It's being called "gray death"—a new and dangerous opioid combo that underscores the ever-changing nature of the U.S. addiction crisis.
Investigators who nicknamed the street mixture have detected it or recorded overdoses blamed on it in Alabama, Georgia and Ohio. The drug looks like concrete mix and varies in consistency from a hard, chunky material to a fine powder.
The substance is a combination of several opioids blamed for thousands of fatal overdoses nationally, including heroin, fentanyl, carfentanil—sometimes used to tranquilize large animals like elephants—and a synthetic opioid called U-47700.
"Gray death is one of the scariest combinations that I have ever seen in nearly 20 years of forensic chemistry drug analysis," Deneen Kilcrease, manager of the chemistry section at the Georgia Bureau of Investigation, said.
Gray death ingredients and their concentrations are unknown to users, making it particularly lethal, Kilcrease said. In addition, because these strong drugs can be absorbed through the skin, simply touching the powder puts users at risk, she said.
Last year, the U.S. Drug Enforcement Administration listed U-47700 in the category of the most dangerous drugs it regulates, saying it was associated with dozens of fatalities, mostly in New York and North Carolina. Some of the pills taken from Prince's estate after the musician's overdose death last year contained U-47700.
Gray death has a much higher potency than heroin, according to a bulletin issued by the Gulf Coast High Intensity Drug Trafficking Area. Users inject, swallow, smoke or snort it.
Georgia's investigation bureau has received 50 overdose cases in the past three months involving gray death, most from the Atlanta area, said spokeswoman Nelly Miles.
In Ohio, the coroner's office serving the Cincinnati area says a similar compound has been coming in for months. The Ohio attorney general's office has analyzed eight samples matching the gray death mixture from around the state.
The combo is just the latest in the trend of heroin mixed with other opioids, such as fentanyl, that has been around for a few years.
Fentanyl-related deaths spiked so high in Ohio in 2015 that state health officials asked the federal Centers for Disease Control and Prevention to send scientists to help address the problem.
The mixing poses a deadly risk to users and also challenges investigators trying to figure out what they're dealing with this time around, said Ohio Attorney General Mike DeWine, a Republican.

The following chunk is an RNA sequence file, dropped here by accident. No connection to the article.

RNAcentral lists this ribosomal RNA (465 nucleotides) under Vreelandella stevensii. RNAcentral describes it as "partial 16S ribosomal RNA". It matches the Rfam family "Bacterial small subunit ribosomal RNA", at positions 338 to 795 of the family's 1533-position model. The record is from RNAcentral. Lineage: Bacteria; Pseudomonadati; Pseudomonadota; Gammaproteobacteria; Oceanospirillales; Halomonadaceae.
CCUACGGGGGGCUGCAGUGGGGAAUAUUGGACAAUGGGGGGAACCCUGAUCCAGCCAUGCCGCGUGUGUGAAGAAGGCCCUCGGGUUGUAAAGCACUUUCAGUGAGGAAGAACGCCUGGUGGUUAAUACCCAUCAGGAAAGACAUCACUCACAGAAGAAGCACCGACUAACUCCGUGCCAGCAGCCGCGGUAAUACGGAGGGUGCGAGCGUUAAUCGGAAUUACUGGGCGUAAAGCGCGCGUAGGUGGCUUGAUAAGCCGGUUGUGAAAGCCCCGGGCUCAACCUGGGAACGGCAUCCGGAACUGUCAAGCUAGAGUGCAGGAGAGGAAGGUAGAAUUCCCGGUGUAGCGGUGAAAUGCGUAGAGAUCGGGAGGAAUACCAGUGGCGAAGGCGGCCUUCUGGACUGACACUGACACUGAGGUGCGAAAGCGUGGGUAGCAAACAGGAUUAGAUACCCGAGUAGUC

"Normally, we would be able to walk by one of our scientists, and say 'What are you testing?' and they'll tell you heroin or 'We're testing fentanyl,'" DeWine said. "Now, sometimes they're looking at it, at least initially, and say, 'Well, we don't know.'"
Some communities also are seeing fentanyl mixed with non-opioids, such as cocaine. In Rhode Island, the state has recommended that individuals with a history of cocaine use receive supplies of the anti-overdose drug naloxone.
These deadly combinations are becoming a hallmark of the heroin and opioid epidemic, which the government says resulted in 33,000 fatal overdoses nationally in 2015. In Ohio, a record 3,050 people died of drug overdoses last year, most the result of opioid painkillers or their relative, heroin.
Most people with addictions buy heroin in the belief that's exactly what they're getting, overdose survivor Richie Webber said.
But that's often not the case, as he found out in 2014 when he overdosed on fentanyl-laced heroin. It took two doses of naloxone to revive him. He's now sober and runs a treatment organization, Fight for Recovery, in Clyde, about 45 miles (72 kilometers) southeast of Toledo.
A typical new combination he's seeing is heroin combined with 3-methylfentanyl, a more powerful version of fentanyl, said Webber, 25. It's one of the reasons he tells users never to take drugs alone.
"You don't know what you're getting with these things," Webber said. "Every time you shoot up you're literally playing Russian roulette with your life."
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